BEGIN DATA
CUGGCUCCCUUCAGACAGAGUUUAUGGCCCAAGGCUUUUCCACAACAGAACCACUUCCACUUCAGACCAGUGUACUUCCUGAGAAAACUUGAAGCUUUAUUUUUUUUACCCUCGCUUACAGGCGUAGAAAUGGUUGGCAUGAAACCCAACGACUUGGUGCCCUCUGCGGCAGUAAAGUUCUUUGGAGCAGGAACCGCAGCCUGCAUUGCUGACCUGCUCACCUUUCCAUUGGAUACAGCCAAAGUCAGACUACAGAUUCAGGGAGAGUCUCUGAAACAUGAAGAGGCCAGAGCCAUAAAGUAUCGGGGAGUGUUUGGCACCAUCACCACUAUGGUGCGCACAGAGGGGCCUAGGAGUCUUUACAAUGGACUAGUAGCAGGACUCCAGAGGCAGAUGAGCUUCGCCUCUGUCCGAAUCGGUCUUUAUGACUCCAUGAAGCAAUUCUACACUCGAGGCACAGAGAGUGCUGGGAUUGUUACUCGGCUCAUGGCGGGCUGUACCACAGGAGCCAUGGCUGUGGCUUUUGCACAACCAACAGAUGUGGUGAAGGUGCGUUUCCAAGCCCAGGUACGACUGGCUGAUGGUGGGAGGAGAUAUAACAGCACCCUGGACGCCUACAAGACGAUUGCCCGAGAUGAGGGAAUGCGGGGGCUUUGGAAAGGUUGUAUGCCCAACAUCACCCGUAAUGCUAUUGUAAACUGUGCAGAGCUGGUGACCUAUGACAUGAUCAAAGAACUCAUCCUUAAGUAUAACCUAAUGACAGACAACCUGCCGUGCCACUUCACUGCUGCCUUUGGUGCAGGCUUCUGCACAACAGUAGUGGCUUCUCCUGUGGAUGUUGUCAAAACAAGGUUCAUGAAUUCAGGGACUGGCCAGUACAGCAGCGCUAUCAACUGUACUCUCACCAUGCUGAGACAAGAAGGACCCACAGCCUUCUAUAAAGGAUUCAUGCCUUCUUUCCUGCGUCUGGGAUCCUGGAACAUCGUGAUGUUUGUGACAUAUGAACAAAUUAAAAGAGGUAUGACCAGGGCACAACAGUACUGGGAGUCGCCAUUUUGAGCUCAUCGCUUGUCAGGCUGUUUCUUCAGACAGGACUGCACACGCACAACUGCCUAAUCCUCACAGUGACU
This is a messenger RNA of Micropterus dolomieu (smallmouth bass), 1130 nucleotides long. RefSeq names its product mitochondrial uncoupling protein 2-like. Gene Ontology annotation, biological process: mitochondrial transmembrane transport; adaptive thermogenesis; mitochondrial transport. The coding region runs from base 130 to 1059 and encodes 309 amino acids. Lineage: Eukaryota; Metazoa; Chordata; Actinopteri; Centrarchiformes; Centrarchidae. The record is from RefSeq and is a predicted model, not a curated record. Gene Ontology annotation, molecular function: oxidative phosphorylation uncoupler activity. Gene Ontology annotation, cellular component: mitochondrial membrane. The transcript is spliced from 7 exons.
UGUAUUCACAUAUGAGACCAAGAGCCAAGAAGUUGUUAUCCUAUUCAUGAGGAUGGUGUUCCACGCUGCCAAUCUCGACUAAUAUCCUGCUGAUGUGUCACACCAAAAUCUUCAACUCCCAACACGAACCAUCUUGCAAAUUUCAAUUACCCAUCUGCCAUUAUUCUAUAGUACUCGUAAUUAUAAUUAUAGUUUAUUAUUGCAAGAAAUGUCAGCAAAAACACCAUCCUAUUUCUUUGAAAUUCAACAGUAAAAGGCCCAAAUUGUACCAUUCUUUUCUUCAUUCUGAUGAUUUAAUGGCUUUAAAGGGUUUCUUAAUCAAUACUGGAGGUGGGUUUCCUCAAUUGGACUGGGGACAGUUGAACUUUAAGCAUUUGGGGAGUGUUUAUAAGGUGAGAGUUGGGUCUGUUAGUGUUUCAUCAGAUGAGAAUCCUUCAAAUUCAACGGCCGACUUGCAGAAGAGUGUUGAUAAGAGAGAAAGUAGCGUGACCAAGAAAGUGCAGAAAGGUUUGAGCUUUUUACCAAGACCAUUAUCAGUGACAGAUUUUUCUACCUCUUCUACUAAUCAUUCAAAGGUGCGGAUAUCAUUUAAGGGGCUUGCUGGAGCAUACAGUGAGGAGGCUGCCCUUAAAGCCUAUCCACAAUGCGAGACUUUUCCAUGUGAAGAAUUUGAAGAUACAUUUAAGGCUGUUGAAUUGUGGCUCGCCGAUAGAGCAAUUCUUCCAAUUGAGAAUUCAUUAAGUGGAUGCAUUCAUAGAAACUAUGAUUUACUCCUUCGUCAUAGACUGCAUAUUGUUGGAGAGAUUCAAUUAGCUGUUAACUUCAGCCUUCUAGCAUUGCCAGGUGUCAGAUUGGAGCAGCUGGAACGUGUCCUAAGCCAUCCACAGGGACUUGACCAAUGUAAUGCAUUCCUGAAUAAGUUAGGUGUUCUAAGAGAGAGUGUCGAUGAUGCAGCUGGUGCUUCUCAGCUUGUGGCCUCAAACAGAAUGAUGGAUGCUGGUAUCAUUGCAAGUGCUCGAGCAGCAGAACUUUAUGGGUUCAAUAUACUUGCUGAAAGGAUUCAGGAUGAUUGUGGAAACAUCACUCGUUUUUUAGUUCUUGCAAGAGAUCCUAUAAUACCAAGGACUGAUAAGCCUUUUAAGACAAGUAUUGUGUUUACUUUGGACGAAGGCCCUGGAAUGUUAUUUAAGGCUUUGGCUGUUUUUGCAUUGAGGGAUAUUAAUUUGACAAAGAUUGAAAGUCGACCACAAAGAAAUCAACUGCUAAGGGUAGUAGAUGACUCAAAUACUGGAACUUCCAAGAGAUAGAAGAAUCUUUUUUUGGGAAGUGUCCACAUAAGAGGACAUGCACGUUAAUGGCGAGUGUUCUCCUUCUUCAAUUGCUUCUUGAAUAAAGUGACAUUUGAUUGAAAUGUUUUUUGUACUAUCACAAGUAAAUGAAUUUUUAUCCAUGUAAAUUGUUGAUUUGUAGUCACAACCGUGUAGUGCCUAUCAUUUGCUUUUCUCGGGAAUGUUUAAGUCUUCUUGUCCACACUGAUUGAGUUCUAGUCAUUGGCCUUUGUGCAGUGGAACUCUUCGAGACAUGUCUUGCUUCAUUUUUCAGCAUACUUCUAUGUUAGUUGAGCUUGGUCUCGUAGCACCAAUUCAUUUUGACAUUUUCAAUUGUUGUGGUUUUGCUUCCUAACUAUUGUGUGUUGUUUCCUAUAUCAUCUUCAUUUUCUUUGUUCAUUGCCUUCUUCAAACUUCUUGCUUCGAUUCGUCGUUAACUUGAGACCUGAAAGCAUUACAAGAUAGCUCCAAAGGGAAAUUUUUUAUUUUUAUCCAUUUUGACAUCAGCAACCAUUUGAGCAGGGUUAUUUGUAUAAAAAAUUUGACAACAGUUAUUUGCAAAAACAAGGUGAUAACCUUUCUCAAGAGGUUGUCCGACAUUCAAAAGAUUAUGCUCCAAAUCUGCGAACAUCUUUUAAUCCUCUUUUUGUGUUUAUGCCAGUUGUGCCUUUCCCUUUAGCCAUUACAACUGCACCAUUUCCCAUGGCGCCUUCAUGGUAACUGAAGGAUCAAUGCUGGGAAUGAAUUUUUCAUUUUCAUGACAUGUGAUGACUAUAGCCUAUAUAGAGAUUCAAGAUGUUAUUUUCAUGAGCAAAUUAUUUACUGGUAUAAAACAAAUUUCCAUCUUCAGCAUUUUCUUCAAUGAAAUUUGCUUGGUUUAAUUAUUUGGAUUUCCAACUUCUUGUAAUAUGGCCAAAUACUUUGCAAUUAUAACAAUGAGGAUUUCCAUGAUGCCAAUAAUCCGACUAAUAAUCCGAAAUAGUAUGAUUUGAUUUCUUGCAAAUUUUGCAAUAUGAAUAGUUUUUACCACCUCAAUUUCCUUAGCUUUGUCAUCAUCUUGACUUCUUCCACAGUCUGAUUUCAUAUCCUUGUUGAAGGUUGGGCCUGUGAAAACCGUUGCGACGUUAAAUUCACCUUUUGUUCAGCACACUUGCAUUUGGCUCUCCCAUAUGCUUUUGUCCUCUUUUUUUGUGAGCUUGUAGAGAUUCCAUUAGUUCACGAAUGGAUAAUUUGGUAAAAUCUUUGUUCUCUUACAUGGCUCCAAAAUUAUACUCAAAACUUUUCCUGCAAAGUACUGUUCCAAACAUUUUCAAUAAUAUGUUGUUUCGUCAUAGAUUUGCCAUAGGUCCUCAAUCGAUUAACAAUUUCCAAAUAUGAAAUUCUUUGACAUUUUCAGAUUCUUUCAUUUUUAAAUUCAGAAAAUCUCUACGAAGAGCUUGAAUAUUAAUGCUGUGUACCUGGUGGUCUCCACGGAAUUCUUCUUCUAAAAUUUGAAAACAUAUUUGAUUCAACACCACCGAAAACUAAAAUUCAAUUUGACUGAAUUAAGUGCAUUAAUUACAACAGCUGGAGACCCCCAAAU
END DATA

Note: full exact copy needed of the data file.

CUGGCUCCCUUCAGACAGAGUUUAUGGCCCAAGGCUUUUCCACAACAGAACCACUUCCACUUCAGACCAGUGUACUUCCUGAGAAAACUUGAAGCUUUAUUUUUUUUACCCUCGCUUACAGGCGUAGAAAUGGUUGGCAUGAAACCCAACGACUUGGUGCCCUCUGCGGCAGUAAAGUUCUUUGGAGCAGGAACCGCAGCCUGCAUUGCUGACCUGCUCACCUUUCCAUUGGAUACAGCCAAAGUCAGACUACAGAUUCAGGGAGAGUCUCUGAAACAUGAAGAGGCCAGAGCCAUAAAGUAUCGGGGAGUGUUUGGCACCAUCACCACUAUGGUGCGCACAGAGGGGCCUAGGAGUCUUUACAAUGGACUAGUAGCAGGACUCCAGAGGCAGAUGAGCUUCGCCUCUGUCCGAAUCGGUCUUUAUGACUCCAUGAAGCAAUUCUACACUCGAGGCACAGAGAGUGCUGGGAUUGUUACUCGGCUCAUGGCGGGCUGUACCACAGGAGCCAUGGCUGUGGCUUUUGCACAACCAACAGAUGUGGUGAAGGUGCGUUUCCAAGCCCAGGUACGACUGGCUGAUGGUGGGAGGAGAUAUAACAGCACCCUGGACGCCUACAAGACGAUUGCCCGAGAUGAGGGAAUGCGGGGGCUUUGGAAAGGUUGUAUGCCCAACAUCACCCGUAAUGCUAUUGUAAACUGUGCAGAGCUGGUGACCUAUGACAUGAUCAAAGAACUCAUCCUUAAGUAUAACCUAAUGACAGACAACCUGCCGUGCCACUUCACUGCUGCCUUUGGUGCAGGCUUCUGCACAACAGUAGUGGCUUCUCCUGUGGAUGUUGUCAAAACAAGGUUCAUGAAUUCAGGGACUGGCCAGUACAGCAGCGCUAUCAACUGUACUCUCACCAUGCUGAGACAAGAAGGACCCACAGCCUUCUAUAAAGGAUUCAUGCCUUCUUUCCUGCGUCUGGGAUCCUGGAACAUCGUGAUGUUUGUGACAUAUGAACAAAUUAAAAGAGGUAUGACCAGGGCACAACAGUACUGGGAGUCGCCAUUUUGAGCUCAUCGCUUGUCAGGCUGUUUCUUCAGACAGGACUGCACACGCACAACUGCCUAAUCCUCACAGUGACU
This is a messenger RNA of Micropterus dolomieu (smallmouth bass), 1130 nucleotides long. RefSeq names its product mitochondrial uncoupling protein 2-like. Gene Ontology annotation, biological process: mitochondrial transmembrane transport; adaptive thermogenesis; mitochondrial transport. The coding region runs from base 130 to 1059 and encodes 309 amino acids. Lineage: Eukaryota; Metazoa; Chordata; Actinopteri; Centrarchiformes; Centrarchidae. The record is from RefSeq and is a predicted model, not a curated record. Gene Ontology annotation, molecular function: oxidative phosphorylation uncoupler activity. Gene Ontology annotation, cellular component: mitochondrial membrane. The transcript is spliced from 7 exons.
UGUAUUCACAUAUGAGACCAAGAGCCAAGAAGUUGUUAUCCUAUUCAUGAGGAUGGUGUUCCACGCUGCCAAUCUCGACUAAUAUCCUGCUGAUGUGUCACACCAAAAUCUUCAACUCCCAACACGAACCAUCUUGCAAAUUUCAAUUACCCAUCUGCCAUUAUUCUAUAGUACUCGUAAUUAUAAUUAUAGUUUAUUAUUGCAAGAAAUGUCAGCAAAAACACCAUCCUAUUUCUUUGAAAUUCAACAGUAAAAGGCCCAAAUUGUACCAUUCUUUUCUUCAUUCUGAUGAUUUAAUGGCUUUAAAGGGUUUCUUAAUCAAUACUGGAGGUGGGUUUCCUCAAUUGGACUGGGGACAGUUGAACUUUAAGCAUUUGGGGAGUGUUUAUAAGGUGAGAGUUGGGUCUGUUAGUGUUUCAUCAGAUGAGAAUCCUUCAAAUUCAACGGCCGACUUGCAGAAGAGUGUUGAUAAGAGAGAAAGUAGCGUGACCAAGAAAGUGCAGAAAGGUUUGAGCUUUUUACCAAGACCAUUAUCAGUGACAGAUUUUUCUACCUCUUCUACUAAUCAUUCAAAGGUGCGGAUAUCAUUUAAGGGGCUUGCUGGAGCAUACAGUGAGGAGGCUGCCCUUAAAGCCUAUCCACAAUGCGAGACUUUUCCAUGUGAAGAAUUUGAAGAUACAUUUAAGGCUGUUGAAUUGUGGCUCGCCGAUAGAGCAAUUCUUCCAAUUGAGAAUUCAUUAAGUGGAUGCAUUCAUAGAAACUAUGAUUUACUCCUUCGUCAUAGACUGCAUAUUGUUGGAGAGAUUCAAUUAGCUGUUAACUUCAGCCUUCUAGCAUUGCCAGGUGUCAGAUUGGAGCAGCUGGAACGUGUCCUAAGCCAUCCACAGGGACUUGACCAAUGUAAUGCAUUCCUGAAUAAGUUAGGUGUUCUAAGAGAGAGUGUCGAUGAUGCAGCUGGUGCUUCUCAGCUUGUGGCCUCAAACAGAAUGAUGGAUGCUGGUAUCAUUGCAAGUGCUCGAGCAGCAGAACUUUAUGGGUUCAAUAUACUUGCUGAAAGGAUUCAGGAUGAUUGUGGAAACAUCACUCGUUUUUUAGUUCUUGCAAGAGAUCCUAUAAUACCAAGGACUGAUAAGCCUUUUAAGACAAGUAUUGUGUUUACUUUGGACGAAGGCCCUGGAAUGUUAUUUAAGGCUUUGGCUGUUUUUGCAUUGAGGGAUAUUAAUUUGACAAAGAUUGAAAGUCGACCACAAAGAAAUCAACUGCUAAGGGUAGUAGAUGACUCAAAUACUGGAACUUCCAAGAGAUAGAAGAAUCUUUUUUUGGGAAGUGUCCACAUAAGAGGACAUGCACGUUAAUGGCGAGUGUUCUCCUUCUUCAAUUGCUUCUUGAAUAAAGUGACAUUUGAUUGAAAUGUUUUUUGUACUAUCACAAGUAAAUGAAUUUUUAUCCAUGUAAAUUGUUGAUUUGUAGUCACAACCGUGUAGUGCCUAUCAUUUGCUUUUCUCGGGAAUGUUUAAGUCUUCUUGUCCACACUGAUUGAGUUCUAGUCAUUGGCCUUUGUGCAGUGGAACUCUUCGAGACAUGUCUUGCUUCAUUUUUCAGCAUACUUCUAUGUUAGUUGAGCUUGGUCUCGUAGCACCAAUUCAUUUUGACAUUUUCAAUUGUUGUGGUUUUGCUUCCUAACUAUUGUGUGUUGUUUCCUAUAUCAUCUUCAUUUUCUUUGUUCAUUGCCUUCUUCAAACUUCUUGCUUCGAUUCGUCGUUAACUUGAGACCUGAAAGCAUUACAAGAUAGCUCCAAAGGGAAAUUUUUUAUUUUUAUCCAUUUUGACAUCAGCAACCAUUUGAGCAGGGUUAUUUGUAUAAAAAAUUUGACAACAGUUAUUUGCAAAAACAAGGUGAUAACCUUUCUCAAGAGGUUGUCCGACAUUCAAAAGAUUAUGCUCCAAAUCUGCGAACAUCUUUUAAUCCUCUUUUUGUGUUUAUGCCAGUUGUGCCUUUCCCUUUAGCCAUUACAACUGCACCAUUUCCCAUGGCGCCUUCAUGGUAACUGAAGGAUCAAUGCUGGGAAUGAAUUUUUCAUUUUCAUGACAUGUGAUGACUAUAGCCUAUAUAGAGAUUCAAGAUGUUAUUUUCAUGAGCAAAUUAUUUACUGGUAUAAAACAAAUUUCCAUCUUCAGCAUUUUCUUCAAUGAAAUUUGCUUGGUUUAAUUAUUUGGAUUUCCAACUUCUUGUAAUAUGGCCAAAUACUUUGCAAUUAUAACAAUGAGGAUUUCCAUGAUGCCAAUAAUCCGACUAAUAAUCCGAAAUAGUAUGAUUUGAUUUCUUGCAAAUUUUGCAAUAUGAAUAGUUUUUACCACCUCAAUUUCCUUAGCUUUGUCAUCAUCUUGACUUCUUCCACAGUCUGAUUUCAUAUCCUUGUUGAAGGUUGGGCCUGUGAAAACCGUUGCGACGUUAAAUUCACCUUUUGUUCAGCACACUUGCAUUUGGCUCUCCCAUAUGCUUUUGUCCUCUUUUUUUGUGAGCUUGUAGAGAUUCCAUUAGUUCACGAAUGGAUAAUUUGGUAAAAUCUUUGUUCUCUUACAUGGCUCCAAAAUUAUACUCAAAACUUUUCCUGCAAAGUACUGUUCCAAACAUUUUCAAUAAUAUGUUGUUUCGUCAUAGAUUUGCCAUAGGUCCUCAAUCGAUUAACAAUUUCCAAAUAUGAAAUUCUUUGACAUUUUCAGAUUCUUUCAUUUUUAAAUUCAGAAAAUCUCUACGAAGAGCUUGAAUAUUAAUGCUGUGUACCUGGUGGUCUCCACGGAAUUCUUCUUCUAAAAUUUGAAAACAUAUUUGAUUCAACACCACCGAAAACUAAAAUUCAAUUUGACUGAAUUAAGUGCAUUAAUUACAACAGCUGGAGACCCCCAAAU